3.1 Mix together water and bleach in a spray bottle. Use approximately 1 part bleach for every 6 parts water to achieve the right concentration. Shake the bottle to make sure the solution is properly mixed. Keep the spray bottle pointed away from your face at all times.
- Caution should be observed when handling bleach. It will be a good idea to wear gloves, facemask and eye protection to defend against potential splatters.
- Dense buildup caused by moss or mold growth is typically resistant to gentler cleaning methods and will require a more intensive strategy.
3.2 Spray the wall with the bleach solution. Apply the mixture liberally to the areas of the wall where moss or mold growth is the thickest. Bleach is a potent disinfectant and is mildly caustic—not only will it kill whatever is growing on the brick, but it will also eat away at its hold on the wall.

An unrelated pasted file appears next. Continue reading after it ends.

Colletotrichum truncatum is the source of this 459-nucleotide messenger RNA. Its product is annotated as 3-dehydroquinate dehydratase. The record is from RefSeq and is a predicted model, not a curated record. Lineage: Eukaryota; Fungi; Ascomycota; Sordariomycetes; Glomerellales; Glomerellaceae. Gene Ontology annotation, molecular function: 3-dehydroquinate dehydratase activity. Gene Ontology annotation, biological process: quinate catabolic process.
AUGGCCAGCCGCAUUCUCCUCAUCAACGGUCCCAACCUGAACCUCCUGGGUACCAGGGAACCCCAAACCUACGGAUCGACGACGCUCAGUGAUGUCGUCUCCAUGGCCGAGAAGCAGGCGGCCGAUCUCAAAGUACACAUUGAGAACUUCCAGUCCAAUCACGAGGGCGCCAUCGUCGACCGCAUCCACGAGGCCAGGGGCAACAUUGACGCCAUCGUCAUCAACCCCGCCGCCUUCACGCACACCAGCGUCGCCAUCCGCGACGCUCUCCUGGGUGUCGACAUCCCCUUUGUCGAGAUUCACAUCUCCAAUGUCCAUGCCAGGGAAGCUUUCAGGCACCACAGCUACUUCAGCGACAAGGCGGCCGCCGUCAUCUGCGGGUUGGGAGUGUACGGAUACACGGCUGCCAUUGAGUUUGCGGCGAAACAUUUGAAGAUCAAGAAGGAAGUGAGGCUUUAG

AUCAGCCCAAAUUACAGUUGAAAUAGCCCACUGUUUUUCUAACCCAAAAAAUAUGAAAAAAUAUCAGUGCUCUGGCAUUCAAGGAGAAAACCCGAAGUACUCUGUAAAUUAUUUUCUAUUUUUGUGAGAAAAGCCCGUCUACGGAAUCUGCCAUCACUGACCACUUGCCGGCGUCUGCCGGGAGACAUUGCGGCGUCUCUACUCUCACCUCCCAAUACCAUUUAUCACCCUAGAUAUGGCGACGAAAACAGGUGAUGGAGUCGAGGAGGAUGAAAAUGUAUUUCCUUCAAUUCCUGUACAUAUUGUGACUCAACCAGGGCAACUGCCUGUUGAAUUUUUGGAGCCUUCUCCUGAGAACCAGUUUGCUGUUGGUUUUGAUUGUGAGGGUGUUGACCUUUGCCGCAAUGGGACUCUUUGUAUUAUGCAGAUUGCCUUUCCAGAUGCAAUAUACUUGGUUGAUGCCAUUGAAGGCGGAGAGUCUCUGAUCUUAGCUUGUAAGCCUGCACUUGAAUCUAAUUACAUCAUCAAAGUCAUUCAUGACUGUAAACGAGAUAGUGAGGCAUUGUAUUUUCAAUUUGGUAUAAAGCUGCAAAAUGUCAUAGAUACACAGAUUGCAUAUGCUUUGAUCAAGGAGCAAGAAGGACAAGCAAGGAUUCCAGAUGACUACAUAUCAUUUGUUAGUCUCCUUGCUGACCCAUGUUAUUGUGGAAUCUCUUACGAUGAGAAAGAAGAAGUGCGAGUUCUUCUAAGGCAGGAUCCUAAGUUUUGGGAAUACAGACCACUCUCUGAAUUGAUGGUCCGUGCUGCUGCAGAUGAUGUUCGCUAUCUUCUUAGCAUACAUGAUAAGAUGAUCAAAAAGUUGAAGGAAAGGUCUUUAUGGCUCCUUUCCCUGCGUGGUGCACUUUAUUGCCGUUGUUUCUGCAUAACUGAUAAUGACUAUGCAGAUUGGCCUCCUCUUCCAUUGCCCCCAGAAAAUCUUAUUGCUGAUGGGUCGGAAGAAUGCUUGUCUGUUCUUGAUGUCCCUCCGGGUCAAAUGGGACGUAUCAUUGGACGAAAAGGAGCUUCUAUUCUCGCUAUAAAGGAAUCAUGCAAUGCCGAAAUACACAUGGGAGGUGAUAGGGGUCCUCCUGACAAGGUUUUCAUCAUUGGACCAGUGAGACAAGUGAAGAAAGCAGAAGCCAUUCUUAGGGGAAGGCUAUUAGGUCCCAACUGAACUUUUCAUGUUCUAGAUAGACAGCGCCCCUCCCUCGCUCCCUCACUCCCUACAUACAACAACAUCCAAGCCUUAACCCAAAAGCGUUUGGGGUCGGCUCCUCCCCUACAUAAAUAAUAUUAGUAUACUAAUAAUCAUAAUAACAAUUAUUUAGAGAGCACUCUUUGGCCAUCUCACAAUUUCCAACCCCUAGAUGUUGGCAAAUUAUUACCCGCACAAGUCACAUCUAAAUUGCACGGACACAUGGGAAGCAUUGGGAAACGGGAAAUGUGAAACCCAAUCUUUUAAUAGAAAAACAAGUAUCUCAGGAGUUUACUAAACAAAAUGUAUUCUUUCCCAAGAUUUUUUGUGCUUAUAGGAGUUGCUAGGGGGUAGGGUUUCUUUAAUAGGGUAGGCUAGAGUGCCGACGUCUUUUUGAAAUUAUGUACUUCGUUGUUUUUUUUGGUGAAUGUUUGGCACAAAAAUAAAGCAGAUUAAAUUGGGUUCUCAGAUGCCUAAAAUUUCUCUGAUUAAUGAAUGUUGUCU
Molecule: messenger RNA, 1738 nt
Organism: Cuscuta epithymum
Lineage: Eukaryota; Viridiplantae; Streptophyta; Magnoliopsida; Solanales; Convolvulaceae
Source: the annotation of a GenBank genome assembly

- Test the bleach solution on an out-of-the-way spot on the wall to confirm that it won’t ruin the appearance of your brick.
- Wet the wall down thoroughly before misting it with bleach. This will prevent the bleach from soaking into the brick, where it can create structural weakness.
- Be careful to avoid inhaling fumes or contacting bleach with your bare skin.
3.3 Allow the solution to sit overnight. For best results, give the bleach 8-12 hours to take effect. As it sits on the wall, it will choke the growth of moss or mold and make it easier to remove without the need for a lot of tedious scrubbing.